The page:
Biden Promises a New Era with Latin America and the Caribbean. How Much Can He Really Do?

By Nora Gámez Torres and Jacqueline Charles

"You're going to hear a lot more about partnerships and working together," said AS/COA's Eric Farnsworth to Miami Herald.

As president, Donald Trump focused much of U.S. policy in Latin America on curbing migration and clamping down on autocratic leaders in Venezuela, Cuba, and occasionally, Nicaragua — three countries coined the “troika of tyranny” by one of his former advisors…

“Clearly on day one, the day of the inauguration, the tone will change,” said Eric Farnsworth, a former State Department official and vice president of the Council of the Americas, a Washington-based think tank. “You are going to hear a lot more about partnerships and working together, and a lot less about rapists and murderers.”

Still, Farnsworth does not believe that Western Hemisphere policy will rise to Biden’s top priorities given the myriad of U.S. challenges he’s inheriting. He acknowledges, however, that many of the issues the president-elect has said he plans to focus on — climate change, COVID-19 relief, permanent residency for Deferred Action for Childhood Arrivals and Temporary Protected Status recipients — have foreign policy implications for the region.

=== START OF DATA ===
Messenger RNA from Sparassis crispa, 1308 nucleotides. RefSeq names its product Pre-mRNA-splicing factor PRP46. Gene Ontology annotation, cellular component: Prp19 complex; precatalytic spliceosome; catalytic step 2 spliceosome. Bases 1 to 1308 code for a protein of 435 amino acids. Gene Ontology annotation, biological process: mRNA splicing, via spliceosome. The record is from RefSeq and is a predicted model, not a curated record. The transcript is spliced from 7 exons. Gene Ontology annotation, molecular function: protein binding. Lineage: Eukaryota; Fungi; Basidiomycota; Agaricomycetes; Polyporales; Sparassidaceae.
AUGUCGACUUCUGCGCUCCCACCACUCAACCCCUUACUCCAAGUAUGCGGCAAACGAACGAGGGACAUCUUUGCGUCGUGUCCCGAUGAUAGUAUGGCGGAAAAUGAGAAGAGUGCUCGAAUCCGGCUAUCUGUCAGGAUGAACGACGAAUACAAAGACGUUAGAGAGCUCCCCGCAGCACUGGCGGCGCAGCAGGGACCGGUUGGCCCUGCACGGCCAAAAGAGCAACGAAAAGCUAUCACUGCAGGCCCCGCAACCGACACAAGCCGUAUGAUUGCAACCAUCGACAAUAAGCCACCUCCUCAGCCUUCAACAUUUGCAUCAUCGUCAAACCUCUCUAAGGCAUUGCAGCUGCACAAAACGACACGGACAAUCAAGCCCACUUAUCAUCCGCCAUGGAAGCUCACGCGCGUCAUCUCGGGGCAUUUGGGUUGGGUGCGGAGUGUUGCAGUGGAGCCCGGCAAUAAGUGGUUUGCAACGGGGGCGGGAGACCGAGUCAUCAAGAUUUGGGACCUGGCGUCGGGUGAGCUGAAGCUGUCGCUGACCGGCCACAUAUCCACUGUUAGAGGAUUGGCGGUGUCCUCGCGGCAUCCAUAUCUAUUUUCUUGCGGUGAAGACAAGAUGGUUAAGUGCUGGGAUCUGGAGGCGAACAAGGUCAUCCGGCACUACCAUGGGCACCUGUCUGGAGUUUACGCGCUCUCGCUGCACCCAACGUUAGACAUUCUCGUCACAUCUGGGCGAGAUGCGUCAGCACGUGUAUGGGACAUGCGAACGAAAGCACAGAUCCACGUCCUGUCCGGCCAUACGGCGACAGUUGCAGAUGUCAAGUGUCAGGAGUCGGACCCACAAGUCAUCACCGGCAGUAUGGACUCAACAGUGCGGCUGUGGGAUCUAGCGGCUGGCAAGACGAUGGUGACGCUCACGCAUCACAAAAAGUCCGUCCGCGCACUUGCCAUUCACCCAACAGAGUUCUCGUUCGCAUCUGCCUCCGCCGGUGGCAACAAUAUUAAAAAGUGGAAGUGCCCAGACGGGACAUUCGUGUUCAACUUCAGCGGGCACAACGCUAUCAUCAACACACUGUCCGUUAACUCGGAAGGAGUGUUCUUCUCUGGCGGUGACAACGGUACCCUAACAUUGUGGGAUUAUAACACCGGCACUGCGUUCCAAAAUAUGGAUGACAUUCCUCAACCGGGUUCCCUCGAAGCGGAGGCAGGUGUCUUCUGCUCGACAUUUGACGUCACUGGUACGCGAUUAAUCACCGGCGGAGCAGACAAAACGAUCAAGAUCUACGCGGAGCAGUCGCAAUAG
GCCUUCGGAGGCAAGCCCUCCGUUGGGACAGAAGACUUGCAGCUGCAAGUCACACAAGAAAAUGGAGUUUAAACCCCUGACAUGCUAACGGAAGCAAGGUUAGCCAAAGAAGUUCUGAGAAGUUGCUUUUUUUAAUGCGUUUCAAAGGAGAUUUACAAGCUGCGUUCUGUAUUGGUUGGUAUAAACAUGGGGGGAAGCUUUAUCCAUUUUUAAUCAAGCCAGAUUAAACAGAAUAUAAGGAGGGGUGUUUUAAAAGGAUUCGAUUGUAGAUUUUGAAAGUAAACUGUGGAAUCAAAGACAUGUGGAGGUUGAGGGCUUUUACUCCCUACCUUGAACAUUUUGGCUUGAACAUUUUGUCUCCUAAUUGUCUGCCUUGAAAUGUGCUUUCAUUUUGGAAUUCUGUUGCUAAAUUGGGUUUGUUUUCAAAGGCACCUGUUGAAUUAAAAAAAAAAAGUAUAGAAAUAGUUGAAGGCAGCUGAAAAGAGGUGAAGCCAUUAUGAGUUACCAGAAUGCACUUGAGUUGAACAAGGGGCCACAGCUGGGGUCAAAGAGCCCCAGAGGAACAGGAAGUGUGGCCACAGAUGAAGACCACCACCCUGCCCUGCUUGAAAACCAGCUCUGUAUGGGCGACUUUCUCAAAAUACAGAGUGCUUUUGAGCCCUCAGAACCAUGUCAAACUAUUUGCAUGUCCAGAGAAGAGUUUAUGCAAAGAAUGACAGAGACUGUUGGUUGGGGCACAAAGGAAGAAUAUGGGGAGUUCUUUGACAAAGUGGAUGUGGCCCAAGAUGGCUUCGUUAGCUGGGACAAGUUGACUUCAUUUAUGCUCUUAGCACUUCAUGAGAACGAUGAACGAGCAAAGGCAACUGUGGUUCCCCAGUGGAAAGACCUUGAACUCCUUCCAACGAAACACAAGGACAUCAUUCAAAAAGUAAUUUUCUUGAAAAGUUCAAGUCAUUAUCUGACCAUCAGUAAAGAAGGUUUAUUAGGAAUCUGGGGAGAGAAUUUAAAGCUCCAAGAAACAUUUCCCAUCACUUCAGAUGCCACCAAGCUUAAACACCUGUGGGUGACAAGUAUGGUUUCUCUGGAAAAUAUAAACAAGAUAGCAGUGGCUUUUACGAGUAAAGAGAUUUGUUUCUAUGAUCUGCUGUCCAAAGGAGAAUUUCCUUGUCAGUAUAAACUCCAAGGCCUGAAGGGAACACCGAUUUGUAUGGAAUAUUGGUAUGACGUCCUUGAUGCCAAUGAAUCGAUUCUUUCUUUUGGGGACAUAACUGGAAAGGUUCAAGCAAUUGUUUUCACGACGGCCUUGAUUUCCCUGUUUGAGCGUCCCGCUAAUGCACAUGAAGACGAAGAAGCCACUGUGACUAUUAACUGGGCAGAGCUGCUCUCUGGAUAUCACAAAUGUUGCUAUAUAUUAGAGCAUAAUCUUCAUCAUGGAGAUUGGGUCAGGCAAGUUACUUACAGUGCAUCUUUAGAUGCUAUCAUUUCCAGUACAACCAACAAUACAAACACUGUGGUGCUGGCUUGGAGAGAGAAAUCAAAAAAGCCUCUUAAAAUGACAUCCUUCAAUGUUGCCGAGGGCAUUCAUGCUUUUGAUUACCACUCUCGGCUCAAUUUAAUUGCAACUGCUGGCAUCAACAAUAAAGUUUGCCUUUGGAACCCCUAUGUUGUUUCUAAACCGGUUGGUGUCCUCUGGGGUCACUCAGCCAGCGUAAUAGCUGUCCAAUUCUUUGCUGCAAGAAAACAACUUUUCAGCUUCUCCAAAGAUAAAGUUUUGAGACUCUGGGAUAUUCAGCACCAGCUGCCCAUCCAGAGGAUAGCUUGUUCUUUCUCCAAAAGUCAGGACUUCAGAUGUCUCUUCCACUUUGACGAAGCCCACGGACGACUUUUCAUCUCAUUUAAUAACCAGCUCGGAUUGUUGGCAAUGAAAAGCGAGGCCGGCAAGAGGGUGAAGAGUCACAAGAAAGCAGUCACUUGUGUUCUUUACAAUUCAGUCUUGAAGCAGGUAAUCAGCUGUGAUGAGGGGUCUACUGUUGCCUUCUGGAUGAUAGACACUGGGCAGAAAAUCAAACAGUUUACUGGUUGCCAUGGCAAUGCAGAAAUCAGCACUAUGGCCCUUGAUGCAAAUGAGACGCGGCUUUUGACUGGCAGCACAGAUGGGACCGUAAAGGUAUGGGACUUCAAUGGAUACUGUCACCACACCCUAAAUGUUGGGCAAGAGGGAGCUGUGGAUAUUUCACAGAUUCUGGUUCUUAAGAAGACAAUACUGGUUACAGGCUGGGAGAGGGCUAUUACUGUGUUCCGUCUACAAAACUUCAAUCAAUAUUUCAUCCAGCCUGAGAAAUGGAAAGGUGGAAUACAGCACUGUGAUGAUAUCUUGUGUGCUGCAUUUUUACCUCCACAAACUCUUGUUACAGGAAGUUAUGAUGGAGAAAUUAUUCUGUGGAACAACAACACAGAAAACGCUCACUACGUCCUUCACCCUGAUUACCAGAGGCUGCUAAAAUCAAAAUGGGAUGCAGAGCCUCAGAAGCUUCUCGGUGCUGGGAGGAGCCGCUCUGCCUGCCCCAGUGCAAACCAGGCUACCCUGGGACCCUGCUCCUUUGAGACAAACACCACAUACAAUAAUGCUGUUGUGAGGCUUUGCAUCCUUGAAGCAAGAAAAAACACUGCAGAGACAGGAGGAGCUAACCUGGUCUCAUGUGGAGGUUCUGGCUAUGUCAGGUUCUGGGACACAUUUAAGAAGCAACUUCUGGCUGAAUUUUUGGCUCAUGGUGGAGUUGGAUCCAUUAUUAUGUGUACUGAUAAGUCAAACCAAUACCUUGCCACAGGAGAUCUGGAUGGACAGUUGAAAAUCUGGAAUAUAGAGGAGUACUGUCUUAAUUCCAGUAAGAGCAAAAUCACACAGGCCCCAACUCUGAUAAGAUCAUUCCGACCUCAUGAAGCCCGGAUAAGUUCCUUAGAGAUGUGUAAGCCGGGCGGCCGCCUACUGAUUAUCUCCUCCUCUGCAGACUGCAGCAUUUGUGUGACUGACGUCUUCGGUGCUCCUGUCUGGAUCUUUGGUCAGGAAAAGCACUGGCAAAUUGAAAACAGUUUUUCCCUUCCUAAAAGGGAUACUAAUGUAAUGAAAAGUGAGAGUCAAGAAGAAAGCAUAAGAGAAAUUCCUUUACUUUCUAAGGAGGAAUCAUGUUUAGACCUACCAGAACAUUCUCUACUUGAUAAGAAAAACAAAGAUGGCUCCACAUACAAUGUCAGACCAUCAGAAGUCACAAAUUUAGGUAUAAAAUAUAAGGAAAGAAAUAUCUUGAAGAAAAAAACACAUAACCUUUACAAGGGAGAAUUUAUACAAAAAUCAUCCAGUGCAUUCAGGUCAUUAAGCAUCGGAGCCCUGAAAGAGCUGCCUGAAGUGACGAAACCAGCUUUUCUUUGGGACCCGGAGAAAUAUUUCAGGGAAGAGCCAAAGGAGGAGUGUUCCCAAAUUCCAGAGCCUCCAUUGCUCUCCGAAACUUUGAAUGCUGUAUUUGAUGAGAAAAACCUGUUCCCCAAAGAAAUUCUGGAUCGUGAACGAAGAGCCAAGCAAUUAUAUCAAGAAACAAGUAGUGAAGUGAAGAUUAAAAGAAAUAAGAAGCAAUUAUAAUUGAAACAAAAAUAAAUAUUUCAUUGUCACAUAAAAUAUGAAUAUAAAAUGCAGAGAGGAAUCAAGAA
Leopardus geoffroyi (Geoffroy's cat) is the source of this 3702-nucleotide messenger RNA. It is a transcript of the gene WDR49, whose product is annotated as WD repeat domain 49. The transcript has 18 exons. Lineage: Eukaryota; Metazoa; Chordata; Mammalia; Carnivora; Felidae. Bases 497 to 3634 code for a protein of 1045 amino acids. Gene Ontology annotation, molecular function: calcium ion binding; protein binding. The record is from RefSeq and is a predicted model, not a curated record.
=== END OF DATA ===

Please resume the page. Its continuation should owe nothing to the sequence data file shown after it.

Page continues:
Biden will need to rebuild the “muscle memory of working together on a bigger agenda,” Farnsworth said, a task that is going to be difficult.

“It’s not a matter of dismantling this or that policy, but rather, in four years, the hemisphere has really changed quite a lot,” Farnsworth said. ”Trump left a very cynical approach to transactionalism. ‘If you do this for me, I will do this for you. If you don’t do this, I will sanction you.’ …

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